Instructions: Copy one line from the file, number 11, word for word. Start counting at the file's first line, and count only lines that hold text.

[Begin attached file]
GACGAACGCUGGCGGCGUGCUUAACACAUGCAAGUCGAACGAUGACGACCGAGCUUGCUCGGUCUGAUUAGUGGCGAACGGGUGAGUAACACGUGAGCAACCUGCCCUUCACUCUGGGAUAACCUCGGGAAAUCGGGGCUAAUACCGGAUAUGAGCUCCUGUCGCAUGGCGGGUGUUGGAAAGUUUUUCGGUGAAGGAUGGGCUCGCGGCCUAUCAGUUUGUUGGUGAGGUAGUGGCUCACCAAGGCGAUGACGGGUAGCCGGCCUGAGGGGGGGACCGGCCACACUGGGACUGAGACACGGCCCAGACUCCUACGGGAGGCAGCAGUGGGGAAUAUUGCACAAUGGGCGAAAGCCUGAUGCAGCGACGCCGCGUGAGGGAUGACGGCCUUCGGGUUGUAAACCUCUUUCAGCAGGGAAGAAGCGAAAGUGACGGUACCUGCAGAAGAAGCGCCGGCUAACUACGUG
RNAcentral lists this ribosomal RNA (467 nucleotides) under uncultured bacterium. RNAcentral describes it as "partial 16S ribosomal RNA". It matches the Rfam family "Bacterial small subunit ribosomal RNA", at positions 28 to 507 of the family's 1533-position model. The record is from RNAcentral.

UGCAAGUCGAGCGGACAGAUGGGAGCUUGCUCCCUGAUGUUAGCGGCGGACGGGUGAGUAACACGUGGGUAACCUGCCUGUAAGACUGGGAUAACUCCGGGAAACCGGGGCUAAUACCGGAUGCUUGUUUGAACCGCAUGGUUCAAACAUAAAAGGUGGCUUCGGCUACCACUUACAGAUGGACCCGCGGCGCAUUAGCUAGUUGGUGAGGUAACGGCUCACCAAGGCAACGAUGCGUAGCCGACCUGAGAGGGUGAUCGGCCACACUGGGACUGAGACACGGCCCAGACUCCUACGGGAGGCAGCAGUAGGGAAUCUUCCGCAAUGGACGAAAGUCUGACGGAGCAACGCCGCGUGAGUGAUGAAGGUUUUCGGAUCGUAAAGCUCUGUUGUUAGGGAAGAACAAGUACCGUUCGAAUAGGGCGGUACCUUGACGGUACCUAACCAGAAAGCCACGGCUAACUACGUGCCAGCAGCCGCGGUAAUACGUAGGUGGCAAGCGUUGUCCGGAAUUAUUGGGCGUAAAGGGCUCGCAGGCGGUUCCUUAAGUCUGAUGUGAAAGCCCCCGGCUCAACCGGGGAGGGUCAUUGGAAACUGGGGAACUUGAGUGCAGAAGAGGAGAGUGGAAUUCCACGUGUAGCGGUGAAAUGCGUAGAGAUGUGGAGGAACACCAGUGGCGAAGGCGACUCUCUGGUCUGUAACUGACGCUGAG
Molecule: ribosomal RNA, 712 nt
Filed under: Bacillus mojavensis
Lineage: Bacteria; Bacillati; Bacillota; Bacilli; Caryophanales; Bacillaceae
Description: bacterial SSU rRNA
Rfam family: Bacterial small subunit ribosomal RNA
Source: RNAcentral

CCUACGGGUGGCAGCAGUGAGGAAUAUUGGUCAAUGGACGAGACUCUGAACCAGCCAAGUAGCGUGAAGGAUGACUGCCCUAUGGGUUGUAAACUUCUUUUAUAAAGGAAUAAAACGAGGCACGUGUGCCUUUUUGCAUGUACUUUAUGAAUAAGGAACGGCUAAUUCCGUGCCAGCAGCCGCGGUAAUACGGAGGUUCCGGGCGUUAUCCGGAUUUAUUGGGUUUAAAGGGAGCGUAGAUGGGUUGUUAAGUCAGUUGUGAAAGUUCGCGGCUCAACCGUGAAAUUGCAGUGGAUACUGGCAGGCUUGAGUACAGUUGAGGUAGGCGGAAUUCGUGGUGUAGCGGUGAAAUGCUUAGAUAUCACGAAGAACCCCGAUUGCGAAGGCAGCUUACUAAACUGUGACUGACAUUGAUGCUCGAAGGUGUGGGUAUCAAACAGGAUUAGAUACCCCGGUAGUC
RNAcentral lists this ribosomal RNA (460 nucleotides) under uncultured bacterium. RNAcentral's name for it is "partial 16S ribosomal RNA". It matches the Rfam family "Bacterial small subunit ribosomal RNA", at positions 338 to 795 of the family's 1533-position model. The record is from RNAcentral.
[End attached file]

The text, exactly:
RNAcentral lists this ribosomal RNA (460 nucleotides) under uncultured bacterium. RNAcentral's name for it is "partial 16S ribosomal RNA". It matches the Rfam family "Bacterial small subunit ribosomal RNA", at positions 338 to 795 of the family's 1533-position model. The record is from RNAcentral.